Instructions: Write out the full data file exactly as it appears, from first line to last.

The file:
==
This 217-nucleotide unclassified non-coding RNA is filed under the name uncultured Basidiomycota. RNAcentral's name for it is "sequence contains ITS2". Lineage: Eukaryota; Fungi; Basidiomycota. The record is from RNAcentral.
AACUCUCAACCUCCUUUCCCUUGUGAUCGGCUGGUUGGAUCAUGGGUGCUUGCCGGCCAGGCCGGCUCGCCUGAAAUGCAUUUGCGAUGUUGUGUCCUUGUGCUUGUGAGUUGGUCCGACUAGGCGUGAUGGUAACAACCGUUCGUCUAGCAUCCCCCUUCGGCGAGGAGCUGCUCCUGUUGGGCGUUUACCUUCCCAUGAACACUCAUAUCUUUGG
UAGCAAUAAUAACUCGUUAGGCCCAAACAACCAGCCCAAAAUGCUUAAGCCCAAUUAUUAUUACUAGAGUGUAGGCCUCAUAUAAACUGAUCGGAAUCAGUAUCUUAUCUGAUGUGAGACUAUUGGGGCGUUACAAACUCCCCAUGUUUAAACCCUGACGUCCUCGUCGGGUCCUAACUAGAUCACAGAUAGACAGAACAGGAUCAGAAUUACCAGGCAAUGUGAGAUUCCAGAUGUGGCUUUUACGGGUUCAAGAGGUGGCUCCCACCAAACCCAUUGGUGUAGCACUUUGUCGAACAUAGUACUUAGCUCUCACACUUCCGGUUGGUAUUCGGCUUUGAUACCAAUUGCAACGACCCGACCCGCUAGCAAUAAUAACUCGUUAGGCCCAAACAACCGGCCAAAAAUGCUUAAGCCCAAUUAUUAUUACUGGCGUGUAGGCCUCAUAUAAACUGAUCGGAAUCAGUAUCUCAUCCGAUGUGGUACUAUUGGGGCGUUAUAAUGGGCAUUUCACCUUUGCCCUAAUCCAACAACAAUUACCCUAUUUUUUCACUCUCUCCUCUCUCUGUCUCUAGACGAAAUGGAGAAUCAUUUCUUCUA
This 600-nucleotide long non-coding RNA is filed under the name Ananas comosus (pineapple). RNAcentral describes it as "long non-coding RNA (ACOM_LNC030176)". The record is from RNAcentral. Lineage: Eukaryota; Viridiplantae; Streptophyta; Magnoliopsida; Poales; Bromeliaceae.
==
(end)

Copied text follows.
This 217-nucleotide unclassified non-coding RNA is filed under the name uncultured Basidiomycota. RNAcentral's name for it is "sequence contains ITS2". Lineage: Eukaryota; Fungi; Basidiomycota. The record is from RNAcentral.
AACUCUCAACCUCCUUUCCCUUGUGAUCGGCUGGUUGGAUCAUGGGUGCUUGCCGGCCAGGCCGGCUCGCCUGAAAUGCAUUUGCGAUGUUGUGUCCUUGUGCUUGUGAGUUGGUCCGACUAGGCGUGAUGGUAACAACCGUUCGUCUAGCAUCCCCCUUCGGCGAGGAGCUGCUCCUGUUGGGCGUUUACCUUCCCAUGAACACUCAUAUCUUUGG
UAGCAAUAAUAACUCGUUAGGCCCAAACAACCAGCCCAAAAUGCUUAAGCCCAAUUAUUAUUACUAGAGUGUAGGCCUCAUAUAAACUGAUCGGAAUCAGUAUCUUAUCUGAUGUGAGACUAUUGGGGCGUUACAAACUCCCCAUGUUUAAACCCUGACGUCCUCGUCGGGUCCUAACUAGAUCACAGAUAGACAGAACAGGAUCAGAAUUACCAGGCAAUGUGAGAUUCCAGAUGUGGCUUUUACGGGUUCAAGAGGUGGCUCCCACCAAACCCAUUGGUGUAGCACUUUGUCGAACAUAGUACUUAGCUCUCACACUUCCGGUUGGUAUUCGGCUUUGAUACCAAUUGCAACGACCCGACCCGCUAGCAAUAAUAACUCGUUAGGCCCAAACAACCGGCCAAAAAUGCUUAAGCCCAAUUAUUAUUACUGGCGUGUAGGCCUCAUAUAAACUGAUCGGAAUCAGUAUCUCAUCCGAUGUGGUACUAUUGGGGCGUUAUAAUGGGCAUUUCACCUUUGCCCUAAUCCAACAACAAUUACCCUAUUUUUUCACUCUCUCCUCUCUCUGUCUCUAGACGAAAUGGAGAAUCAUUUCUUCUA
This 600-nucleotide long non-coding RNA is filed under the name Ananas comosus (pineapple). RNAcentral describes it as "long non-coding RNA (ACOM_LNC030176)". The record is from RNAcentral. Lineage: Eukaryota; Viridiplantae; Streptophyta; Magnoliopsida; Poales; Bromeliaceae.